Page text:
“The Elephants Teach is an astonishing piece of work. . . . Under the author’s magic it becomes the story of a great part of our culture since the turn of the century.” – from the Foreword by Jacques Barzun
(from the Foreword by Jacques Barzun)
“In clear prose and careful scholarship, David Myers . . . tells the story of how what was supposed to free English literature from the trap of academic disciplines became itself an academic discipline.”<First Things>
“Myers is thorough, his writing is clear, and the history he has to tell will be to most, if not all, current teachers of creative writing little short of a revelation. . . . This is a book all teachers of creative writing should read.”<History of Education Quarterly>
(Roger Mitchell History of Education Quarterly
"This material I think should be required for anyone who intends to teach creative writing on the college or university level."
(Patrick Bizzaro College Composition and Communication
From the Publisher
Prentice Hall Studies in Writing and Culture captures the excitement of an emerging discipline. The writers in this series are challenging basic assumptions, asking new questions, and trying to broaden inquiry about writing and the teaching of writing. These writers raise challenging questions about how we teach and how we build communities of writers. They also investigate subjects as far-ranging as the nature of knowledge and the role that culture plays in shaping pedagogy. The series is particularly concerned with the interplay between language and culture, and about how gender considerations, race, and audience shape our writing and our teaching. Early volumes will be devoted to the essay, audience, autobiography, and how writers teach writing. Other studies will explore matters that are critical to teaching writing. The Elephants Teach: Creative Writing Since 1880 traces the development of "creative" writing as (1) a classroom subject, the teaching of fiction- and verse-writing; and (2) a national system for the employment of fiction writers and poets to teach the subject. It answers the questions, "Why has fiction and verse writing come to be called creative?" and "When and why was this term first used?"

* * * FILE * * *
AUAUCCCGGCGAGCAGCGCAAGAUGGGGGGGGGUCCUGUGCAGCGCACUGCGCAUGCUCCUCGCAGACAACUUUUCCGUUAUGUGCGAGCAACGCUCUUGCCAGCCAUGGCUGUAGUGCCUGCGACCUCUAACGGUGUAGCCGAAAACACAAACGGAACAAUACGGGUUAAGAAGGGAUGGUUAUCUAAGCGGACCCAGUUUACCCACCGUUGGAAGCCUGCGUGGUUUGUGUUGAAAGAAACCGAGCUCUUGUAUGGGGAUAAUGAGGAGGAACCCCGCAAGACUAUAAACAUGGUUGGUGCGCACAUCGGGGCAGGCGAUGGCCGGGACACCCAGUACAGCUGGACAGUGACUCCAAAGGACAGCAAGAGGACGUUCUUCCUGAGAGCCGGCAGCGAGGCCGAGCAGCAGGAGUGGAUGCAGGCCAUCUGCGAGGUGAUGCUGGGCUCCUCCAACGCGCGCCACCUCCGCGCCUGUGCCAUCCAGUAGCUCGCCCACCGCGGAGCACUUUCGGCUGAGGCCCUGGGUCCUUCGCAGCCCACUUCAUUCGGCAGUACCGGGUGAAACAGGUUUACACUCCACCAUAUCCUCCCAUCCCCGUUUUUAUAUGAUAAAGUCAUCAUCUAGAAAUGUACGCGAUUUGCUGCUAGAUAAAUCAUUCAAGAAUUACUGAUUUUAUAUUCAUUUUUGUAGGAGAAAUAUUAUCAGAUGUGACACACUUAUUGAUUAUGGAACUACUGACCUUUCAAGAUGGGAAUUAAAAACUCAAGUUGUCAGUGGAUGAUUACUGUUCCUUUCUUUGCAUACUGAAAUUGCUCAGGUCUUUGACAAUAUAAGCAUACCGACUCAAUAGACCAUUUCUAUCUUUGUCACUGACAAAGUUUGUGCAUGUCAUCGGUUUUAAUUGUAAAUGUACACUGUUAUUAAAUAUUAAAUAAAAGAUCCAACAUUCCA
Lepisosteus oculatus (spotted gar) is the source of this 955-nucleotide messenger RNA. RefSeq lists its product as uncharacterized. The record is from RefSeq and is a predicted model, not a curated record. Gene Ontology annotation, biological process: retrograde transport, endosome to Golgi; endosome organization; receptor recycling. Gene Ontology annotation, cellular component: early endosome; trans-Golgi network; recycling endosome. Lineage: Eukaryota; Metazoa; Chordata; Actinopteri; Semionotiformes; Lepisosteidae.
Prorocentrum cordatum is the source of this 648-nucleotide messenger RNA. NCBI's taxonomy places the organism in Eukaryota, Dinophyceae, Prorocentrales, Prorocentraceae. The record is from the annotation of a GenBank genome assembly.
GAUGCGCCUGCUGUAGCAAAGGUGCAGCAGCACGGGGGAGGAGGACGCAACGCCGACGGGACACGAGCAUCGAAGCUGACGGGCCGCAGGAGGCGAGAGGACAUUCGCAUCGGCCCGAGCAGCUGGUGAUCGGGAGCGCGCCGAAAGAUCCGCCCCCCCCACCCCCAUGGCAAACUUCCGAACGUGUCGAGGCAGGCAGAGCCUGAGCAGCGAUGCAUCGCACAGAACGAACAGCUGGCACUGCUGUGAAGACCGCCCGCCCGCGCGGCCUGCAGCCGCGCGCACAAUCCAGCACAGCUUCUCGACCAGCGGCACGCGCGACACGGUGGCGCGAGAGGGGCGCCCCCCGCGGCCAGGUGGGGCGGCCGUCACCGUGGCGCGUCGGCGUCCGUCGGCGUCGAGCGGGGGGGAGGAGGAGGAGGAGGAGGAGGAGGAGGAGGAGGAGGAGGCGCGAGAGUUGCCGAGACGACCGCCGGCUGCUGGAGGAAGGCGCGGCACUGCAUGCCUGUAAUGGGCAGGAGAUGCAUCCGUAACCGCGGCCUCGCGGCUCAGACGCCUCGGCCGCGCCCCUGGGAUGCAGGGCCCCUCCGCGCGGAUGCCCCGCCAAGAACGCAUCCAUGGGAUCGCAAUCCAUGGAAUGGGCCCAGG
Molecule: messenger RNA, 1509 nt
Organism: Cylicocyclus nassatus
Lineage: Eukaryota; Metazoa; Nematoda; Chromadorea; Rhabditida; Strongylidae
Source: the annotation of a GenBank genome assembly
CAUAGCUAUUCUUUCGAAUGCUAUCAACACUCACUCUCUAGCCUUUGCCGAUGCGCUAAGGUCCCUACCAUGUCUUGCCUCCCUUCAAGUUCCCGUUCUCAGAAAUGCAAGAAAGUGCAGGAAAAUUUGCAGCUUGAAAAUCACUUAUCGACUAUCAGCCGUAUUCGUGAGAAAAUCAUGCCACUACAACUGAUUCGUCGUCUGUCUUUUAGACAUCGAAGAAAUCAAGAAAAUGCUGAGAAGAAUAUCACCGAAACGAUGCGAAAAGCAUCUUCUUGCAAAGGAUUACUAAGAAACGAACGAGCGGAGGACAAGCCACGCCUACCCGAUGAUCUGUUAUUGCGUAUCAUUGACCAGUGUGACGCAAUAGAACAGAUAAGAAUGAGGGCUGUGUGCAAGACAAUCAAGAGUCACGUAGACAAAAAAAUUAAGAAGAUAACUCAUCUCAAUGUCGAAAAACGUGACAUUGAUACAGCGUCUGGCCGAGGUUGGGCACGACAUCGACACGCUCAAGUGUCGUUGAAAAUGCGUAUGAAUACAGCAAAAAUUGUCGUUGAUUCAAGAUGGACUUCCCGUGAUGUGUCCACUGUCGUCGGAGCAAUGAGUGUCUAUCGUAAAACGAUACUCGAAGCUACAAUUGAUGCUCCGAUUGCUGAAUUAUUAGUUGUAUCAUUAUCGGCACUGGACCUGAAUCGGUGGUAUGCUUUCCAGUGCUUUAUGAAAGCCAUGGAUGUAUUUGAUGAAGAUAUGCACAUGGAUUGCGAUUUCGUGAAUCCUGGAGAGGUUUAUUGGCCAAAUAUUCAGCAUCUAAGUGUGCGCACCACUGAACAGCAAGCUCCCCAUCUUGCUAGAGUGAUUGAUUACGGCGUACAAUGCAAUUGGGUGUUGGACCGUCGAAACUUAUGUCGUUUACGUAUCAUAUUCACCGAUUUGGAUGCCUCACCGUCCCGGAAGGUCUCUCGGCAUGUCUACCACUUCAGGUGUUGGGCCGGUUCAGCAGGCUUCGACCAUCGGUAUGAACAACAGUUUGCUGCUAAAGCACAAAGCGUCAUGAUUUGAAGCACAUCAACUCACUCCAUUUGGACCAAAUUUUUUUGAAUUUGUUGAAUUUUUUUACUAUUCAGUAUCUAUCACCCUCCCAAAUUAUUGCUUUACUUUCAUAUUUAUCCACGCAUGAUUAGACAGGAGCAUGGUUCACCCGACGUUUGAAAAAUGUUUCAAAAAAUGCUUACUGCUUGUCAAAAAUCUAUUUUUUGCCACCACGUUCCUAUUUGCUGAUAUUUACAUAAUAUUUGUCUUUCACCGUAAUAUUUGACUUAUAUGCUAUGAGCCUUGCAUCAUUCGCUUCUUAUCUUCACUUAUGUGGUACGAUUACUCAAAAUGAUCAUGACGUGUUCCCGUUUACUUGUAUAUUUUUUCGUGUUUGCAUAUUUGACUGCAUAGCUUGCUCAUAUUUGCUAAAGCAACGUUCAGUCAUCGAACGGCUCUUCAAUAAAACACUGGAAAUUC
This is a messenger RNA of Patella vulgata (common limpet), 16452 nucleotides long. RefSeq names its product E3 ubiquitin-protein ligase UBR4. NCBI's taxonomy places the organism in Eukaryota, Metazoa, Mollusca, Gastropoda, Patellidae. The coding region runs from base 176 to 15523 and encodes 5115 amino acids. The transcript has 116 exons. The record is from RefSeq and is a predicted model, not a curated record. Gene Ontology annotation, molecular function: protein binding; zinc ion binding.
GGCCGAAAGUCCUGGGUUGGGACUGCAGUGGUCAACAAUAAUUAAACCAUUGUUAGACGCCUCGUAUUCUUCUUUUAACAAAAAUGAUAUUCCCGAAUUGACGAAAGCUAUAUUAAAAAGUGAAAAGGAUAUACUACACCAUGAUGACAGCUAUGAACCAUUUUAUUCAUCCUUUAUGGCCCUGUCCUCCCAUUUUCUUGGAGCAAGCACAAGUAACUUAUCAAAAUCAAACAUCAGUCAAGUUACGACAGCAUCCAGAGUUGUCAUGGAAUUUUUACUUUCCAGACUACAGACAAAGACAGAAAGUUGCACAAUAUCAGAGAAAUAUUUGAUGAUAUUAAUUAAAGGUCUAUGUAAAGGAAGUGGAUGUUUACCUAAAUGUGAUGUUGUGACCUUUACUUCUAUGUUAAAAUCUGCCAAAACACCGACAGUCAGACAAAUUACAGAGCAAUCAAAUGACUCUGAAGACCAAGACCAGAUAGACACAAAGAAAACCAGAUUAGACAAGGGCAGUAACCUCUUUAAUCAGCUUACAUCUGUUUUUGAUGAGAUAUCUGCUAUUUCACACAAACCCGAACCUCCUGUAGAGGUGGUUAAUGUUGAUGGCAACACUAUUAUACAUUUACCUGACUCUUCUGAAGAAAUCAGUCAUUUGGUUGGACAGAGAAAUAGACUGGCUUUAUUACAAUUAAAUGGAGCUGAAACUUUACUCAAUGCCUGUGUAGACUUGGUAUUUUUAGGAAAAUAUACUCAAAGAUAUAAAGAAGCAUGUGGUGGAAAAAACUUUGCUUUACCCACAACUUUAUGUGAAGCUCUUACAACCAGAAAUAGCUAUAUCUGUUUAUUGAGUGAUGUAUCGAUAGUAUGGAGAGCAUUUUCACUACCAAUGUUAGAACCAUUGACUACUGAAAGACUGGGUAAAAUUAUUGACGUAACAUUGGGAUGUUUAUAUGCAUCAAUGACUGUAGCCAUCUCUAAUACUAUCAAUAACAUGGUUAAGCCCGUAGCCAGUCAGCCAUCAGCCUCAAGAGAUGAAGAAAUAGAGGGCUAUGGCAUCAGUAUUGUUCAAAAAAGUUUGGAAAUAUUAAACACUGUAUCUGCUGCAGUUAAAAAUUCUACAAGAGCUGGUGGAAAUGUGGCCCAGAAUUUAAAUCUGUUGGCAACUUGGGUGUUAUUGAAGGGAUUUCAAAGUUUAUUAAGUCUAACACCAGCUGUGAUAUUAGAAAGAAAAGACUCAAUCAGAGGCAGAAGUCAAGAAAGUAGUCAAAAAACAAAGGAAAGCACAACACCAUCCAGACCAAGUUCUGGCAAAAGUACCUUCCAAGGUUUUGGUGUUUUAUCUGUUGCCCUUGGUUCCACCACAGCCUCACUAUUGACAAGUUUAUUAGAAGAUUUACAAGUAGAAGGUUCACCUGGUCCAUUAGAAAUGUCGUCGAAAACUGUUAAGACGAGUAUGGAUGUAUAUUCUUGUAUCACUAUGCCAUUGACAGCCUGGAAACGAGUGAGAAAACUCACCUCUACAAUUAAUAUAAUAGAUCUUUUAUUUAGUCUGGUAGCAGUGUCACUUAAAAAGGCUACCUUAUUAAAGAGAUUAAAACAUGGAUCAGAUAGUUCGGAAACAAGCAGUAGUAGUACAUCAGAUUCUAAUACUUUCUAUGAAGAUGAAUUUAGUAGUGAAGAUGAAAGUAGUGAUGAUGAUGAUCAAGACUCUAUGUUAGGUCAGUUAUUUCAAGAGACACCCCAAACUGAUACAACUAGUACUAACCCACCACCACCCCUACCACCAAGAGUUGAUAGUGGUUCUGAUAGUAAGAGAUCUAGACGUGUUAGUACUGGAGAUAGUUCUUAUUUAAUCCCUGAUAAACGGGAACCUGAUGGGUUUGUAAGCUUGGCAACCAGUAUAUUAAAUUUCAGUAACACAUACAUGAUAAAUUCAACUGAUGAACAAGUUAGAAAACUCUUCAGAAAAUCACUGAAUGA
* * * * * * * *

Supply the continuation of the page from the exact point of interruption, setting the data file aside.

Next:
--This text refers to an out of print or unavailable edition of this title.